Diversity of the Bacterial Communities Associated with the Azooxanthellate Deep Water Octocorals Leptogorgia minimata, Iciligorgia schrammi, and Swiftia exertia
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This study examined the microbiota associated with the marine azooxanthellate octocorals Leptogorgia minimata, Swiftia exertia, and Iciligorgia schrammi collected from moderate depths (45 m). Traditional aerobic plate culture, fluorescence in situ hybridization (FISH), and molecular identification of the 16S rDNA region were used for this purpose. In general, cultures were found to be selective for Gammaproteobacteria, Alphaproteobacteria, and Firmicutes. Interestingly, FISH counts for Firmicutes in the whole coral (holobiont) were near the detection limit of this assay, representing less than 6% of the total detectable microbiota in all counts. Proteobacteria, especially Alpha- and Gammaproteobacteria, made up the majority of the total microbiota in the holobionts. In addition, the absence of zooxanthellae in these three corals was confirmed by the use of polymerase chain reaction (PCR) and dinoflagellate-specific primers, and spectrophotometric chlorophyll pigment measurements. No evidence of zooxanthellae could be found in any of the corals by either of these techniques. This is the first study examining the microbiota marine octocorals, which grow at moderate depth (40 to 100 m) in the absence of direct sunlight.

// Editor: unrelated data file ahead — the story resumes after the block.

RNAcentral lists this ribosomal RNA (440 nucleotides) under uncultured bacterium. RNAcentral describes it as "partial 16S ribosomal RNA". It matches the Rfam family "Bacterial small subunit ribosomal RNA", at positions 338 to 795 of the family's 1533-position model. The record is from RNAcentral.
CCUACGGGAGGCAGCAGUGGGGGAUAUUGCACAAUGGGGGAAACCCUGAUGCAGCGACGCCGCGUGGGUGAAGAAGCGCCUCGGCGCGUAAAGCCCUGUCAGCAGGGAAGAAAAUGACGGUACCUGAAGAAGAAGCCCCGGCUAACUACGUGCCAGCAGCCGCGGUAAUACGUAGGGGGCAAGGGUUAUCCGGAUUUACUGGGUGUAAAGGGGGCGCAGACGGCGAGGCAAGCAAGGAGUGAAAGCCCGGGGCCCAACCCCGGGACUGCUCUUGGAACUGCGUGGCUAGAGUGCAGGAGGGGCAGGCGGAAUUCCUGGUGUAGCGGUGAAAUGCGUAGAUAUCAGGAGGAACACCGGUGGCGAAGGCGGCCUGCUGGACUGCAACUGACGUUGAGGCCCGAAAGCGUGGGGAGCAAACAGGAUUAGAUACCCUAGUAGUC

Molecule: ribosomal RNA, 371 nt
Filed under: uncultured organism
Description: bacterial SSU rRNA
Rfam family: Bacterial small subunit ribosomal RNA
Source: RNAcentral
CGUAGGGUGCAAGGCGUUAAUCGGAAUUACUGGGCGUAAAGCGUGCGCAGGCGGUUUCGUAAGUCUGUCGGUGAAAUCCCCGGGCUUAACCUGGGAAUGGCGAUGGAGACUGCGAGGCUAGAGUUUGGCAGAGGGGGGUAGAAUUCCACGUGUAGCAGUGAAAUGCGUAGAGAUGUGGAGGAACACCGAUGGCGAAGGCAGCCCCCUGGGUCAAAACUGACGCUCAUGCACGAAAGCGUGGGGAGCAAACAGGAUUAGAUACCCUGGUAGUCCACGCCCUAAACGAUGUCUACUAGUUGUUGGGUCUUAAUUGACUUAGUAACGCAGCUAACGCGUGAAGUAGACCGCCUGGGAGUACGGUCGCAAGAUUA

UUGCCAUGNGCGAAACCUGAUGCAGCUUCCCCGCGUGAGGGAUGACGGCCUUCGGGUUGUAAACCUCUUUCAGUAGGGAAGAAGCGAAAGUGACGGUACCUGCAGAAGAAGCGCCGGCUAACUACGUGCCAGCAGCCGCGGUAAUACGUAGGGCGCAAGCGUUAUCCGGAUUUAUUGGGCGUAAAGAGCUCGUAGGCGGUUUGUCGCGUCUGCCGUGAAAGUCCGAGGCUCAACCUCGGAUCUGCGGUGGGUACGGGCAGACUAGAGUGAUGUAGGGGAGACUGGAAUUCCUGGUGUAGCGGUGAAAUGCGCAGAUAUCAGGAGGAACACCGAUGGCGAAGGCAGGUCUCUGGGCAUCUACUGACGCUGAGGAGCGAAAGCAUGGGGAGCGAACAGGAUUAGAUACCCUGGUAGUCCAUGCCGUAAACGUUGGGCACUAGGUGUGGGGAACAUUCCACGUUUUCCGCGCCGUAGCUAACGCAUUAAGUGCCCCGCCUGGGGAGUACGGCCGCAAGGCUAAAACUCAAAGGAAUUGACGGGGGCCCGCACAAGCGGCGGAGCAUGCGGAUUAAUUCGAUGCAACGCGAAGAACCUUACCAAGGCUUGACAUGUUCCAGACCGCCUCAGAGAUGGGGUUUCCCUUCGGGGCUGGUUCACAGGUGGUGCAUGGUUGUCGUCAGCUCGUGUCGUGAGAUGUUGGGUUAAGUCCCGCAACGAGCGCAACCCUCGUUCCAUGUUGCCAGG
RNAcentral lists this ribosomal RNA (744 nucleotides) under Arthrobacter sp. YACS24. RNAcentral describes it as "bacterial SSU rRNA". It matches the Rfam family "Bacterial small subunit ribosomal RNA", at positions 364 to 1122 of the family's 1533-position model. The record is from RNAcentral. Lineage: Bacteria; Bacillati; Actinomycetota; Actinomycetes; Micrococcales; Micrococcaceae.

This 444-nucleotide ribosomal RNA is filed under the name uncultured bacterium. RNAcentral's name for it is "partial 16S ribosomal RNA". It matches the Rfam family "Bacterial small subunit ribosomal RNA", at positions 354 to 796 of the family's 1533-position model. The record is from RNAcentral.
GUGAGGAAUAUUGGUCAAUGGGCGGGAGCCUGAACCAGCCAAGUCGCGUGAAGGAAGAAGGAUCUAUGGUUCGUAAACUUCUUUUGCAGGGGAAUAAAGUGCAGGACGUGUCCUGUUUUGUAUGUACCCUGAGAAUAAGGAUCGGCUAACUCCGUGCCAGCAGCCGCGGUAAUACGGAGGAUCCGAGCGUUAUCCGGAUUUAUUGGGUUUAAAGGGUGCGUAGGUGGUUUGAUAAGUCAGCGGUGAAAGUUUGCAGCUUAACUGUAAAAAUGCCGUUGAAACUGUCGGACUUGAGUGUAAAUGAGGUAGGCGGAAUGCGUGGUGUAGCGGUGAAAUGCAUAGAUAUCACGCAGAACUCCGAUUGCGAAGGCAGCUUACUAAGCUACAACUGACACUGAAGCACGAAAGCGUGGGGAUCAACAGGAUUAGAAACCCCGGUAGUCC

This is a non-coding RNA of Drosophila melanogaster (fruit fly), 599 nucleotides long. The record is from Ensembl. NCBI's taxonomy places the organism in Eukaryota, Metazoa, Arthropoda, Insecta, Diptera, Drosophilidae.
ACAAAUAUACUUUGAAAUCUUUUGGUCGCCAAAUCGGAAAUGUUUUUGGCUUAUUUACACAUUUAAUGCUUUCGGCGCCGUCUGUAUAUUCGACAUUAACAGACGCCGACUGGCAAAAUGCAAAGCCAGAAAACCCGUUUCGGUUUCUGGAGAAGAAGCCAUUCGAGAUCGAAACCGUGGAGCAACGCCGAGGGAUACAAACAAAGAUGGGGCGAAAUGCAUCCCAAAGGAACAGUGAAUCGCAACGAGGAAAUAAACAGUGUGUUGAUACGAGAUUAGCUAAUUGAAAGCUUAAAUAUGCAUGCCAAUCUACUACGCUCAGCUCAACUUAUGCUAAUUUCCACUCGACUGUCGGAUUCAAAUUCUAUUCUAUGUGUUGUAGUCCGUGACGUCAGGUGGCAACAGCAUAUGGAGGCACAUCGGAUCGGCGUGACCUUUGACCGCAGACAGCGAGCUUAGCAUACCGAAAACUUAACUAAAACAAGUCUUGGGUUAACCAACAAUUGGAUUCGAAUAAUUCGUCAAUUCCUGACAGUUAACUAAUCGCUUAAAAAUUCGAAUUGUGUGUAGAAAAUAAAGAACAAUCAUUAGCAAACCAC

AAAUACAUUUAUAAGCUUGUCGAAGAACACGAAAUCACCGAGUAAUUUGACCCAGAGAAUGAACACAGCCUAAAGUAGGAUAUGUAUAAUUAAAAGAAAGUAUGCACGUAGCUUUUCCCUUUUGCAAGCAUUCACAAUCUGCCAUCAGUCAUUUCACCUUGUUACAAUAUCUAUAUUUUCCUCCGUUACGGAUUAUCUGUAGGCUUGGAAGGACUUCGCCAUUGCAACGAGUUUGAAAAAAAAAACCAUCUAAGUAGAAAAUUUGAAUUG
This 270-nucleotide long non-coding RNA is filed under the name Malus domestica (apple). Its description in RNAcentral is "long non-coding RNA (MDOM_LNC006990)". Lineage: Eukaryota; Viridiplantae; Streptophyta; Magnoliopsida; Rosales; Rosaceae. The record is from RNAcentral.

Keywordsazooxanthellate octocoral bacterial association cultured bacterial isolates FISH 16S rRNA
This work was funded by the Center of Excellence in Biomedical and Marine Biotechnology, the American Cancer Society RSG-97-170-04-CDD, Florida Sea Grant R/LR-MB-14, and the National Science Foundation grant 0119011. This research is based on work supported by the National Science Foundation under a grant awarded in 2003 to L.Z. Santiago-Vázquez (award 0310283). Wolfram Brück was funded through a postdoctoral fellowship from the Link Foundation. Any opinions, findings, and conclusions or recommendations expressed in this publication are those of the authors and do not necessarily reflect the views of the National Science Foundation, the American Cancer Society, or Florida Sea Grant. The experiments complied with the current laws of the United States. This is contribution number P200703 from the Center of Excellence in Biomedical and Marine Biotechnology and HBOI contribution number 1655.
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